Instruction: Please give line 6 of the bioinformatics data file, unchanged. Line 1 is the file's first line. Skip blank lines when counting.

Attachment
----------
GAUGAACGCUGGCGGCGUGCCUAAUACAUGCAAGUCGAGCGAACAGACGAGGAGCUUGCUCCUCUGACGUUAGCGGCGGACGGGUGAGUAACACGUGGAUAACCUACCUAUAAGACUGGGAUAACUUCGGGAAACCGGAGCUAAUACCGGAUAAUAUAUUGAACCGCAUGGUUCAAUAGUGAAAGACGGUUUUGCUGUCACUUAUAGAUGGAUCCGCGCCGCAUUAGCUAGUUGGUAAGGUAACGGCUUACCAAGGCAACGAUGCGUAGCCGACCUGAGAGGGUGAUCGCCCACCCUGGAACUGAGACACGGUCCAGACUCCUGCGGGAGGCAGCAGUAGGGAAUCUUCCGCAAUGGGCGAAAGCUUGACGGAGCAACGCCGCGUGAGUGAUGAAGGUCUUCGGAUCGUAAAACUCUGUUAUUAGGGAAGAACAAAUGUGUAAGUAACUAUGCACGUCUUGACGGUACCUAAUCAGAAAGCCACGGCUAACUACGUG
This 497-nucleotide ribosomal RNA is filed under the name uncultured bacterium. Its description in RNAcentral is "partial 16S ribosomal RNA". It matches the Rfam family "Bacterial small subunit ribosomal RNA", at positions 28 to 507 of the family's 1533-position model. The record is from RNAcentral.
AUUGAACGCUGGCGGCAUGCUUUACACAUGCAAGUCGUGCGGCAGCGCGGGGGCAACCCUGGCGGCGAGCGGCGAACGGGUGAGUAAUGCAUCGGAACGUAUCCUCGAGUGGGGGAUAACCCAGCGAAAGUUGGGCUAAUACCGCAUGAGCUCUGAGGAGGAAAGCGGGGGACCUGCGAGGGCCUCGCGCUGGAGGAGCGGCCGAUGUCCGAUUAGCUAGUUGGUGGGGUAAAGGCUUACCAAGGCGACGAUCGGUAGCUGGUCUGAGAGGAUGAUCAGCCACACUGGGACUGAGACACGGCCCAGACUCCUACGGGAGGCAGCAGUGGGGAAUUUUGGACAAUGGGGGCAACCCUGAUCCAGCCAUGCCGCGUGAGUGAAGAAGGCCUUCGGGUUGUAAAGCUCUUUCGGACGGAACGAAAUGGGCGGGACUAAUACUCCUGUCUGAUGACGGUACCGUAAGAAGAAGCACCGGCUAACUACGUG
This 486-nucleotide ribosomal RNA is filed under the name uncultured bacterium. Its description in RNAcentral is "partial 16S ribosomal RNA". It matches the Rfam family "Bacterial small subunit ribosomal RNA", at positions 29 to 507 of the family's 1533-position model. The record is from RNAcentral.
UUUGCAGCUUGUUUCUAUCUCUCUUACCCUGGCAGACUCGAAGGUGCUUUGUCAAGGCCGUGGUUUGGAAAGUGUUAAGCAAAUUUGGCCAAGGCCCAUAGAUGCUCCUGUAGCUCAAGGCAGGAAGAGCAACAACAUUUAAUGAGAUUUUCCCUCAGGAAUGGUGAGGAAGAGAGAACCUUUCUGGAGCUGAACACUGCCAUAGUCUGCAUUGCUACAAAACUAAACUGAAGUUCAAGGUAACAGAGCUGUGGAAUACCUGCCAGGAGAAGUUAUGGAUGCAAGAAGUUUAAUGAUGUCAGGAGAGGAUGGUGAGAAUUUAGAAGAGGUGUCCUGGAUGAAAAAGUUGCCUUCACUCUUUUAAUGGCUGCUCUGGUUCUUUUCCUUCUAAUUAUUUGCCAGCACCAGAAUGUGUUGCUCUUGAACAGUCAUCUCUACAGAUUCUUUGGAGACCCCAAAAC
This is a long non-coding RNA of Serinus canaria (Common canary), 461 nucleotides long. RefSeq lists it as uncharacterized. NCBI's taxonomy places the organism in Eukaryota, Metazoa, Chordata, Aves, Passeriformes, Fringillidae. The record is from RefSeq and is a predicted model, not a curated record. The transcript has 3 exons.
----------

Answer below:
This is a long non-coding RNA of Serinus canaria (Common canary), 461 nucleotides long. RefSeq lists it as uncharacterized. NCBI's taxonomy places the organism in Eukaryota, Metazoa, Chordata, Aves, Passeriformes, Fringillidae. The record is from RefSeq and is a predicted model, not a curated record. The transcript has 3 exons.